I had an interesting conversation recently with a mom…She is a successful marketing professional and her husband is a high-powered attorney. They have two kids, ages 3 and 7. Very early into our conversation this mom said something that made me stop and think:
“I relate really well to single moms. Yes, I have a husband, but he is never here. He works from 7am until 9-10pm every night, and when he gets home, he is exhausted and is asleep within an hour. On weekends he has client dinner or golf outings, and when he doesn’t, he tries to catch up on sleep. I know he loves the kids but he works so much that he is not there for them.”
A single married mom – now there’s a term I’ve not seen much in the media (wait, we’ll have a new mommy war soon, Single Moms vs. Single Married Moms or some other silliness.) I thought about my own family and the trade-off we’ve made where my husband works at a more flexible, less demanding job that allows him to be with me and our daughter more…We sometimes talk about whether he should find a different job where he would make more and work more and we usually get back to the conclusion that time together is more valuable…
…Does your husband work long hours? How do you split up your responsibilities at home? Do you feel like a single working mom at times?
The controversy is cropping up in the comments, which include responses from women who are, or have been, single working moms and seem to feel that this idea breezes over the real challenges that they have to deal with when a partner or spouse isn’t in the picture at all. It’s not quite the new “mommy wars” variation that Nataly suggests, but there do seem to be some issues being aired.
I’ve been in both places, and as I said in my own comments to the post, there were many times in my first marriage when things felt out of balance, especially when my son was younger. First Husband often gave me the impression that his time was more valuable than mine, and that even though he did take some domestic responsibilities, they were on top of 60+ hours a week devoted to his work, and I should always be aware of how busy he was. And while he was definitely in favor of our being a two-career family, he was rather a traditionalist as far as housekeeping and meals went, and since I had “more” time and it was “less” valuable, most of the regular cleaning, cooking, chauffeuring, errand-running, etc. was up to me. And when he did things with our son, it was almost like it was booked into his schedule. From one perspective, you could say he was really good at time management, and you wouldn’t be wrong. And in reality, there was some degree of flexibility about who did what, but no room for slacking off.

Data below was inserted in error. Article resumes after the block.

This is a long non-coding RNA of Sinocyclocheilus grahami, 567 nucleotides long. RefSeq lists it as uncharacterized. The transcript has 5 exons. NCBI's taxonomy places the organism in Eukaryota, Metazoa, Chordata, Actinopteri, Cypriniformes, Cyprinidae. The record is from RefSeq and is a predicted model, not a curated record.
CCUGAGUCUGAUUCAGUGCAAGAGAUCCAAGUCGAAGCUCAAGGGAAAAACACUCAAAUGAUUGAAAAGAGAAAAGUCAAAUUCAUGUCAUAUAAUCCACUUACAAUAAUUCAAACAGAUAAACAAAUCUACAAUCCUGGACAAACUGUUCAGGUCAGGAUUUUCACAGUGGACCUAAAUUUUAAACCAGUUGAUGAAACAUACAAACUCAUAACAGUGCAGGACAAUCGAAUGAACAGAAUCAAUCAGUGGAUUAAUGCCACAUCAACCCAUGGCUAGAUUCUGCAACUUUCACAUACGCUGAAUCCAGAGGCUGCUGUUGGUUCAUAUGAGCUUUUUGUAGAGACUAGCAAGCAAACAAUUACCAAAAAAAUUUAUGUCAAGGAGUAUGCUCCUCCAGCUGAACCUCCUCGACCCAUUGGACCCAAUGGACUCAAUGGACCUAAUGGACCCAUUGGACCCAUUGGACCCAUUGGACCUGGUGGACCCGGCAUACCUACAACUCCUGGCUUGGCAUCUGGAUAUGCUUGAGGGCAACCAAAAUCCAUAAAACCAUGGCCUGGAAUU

At the same time, I can understand why it would rankle to hear a married woman call herself a “single parent,” just like it’s always bugged me when fathers say they’re “babysitting” for their own children. When you’re single, it’s all up to you or it doesn’t get done, and one of the things I missed the most during the first couple of years after my divorce was that extra set of hands around to help out if I was sick, or just overwhelmed. I had a very hard time learning to cut myself enough slack so that I’d really feel like it was OK when something didn’t get done (and honestly, I’m still working on believing it). On the other hand, I did learn that I could handle much more on my own than I would have thought, and that was very empowering and a confidence boost.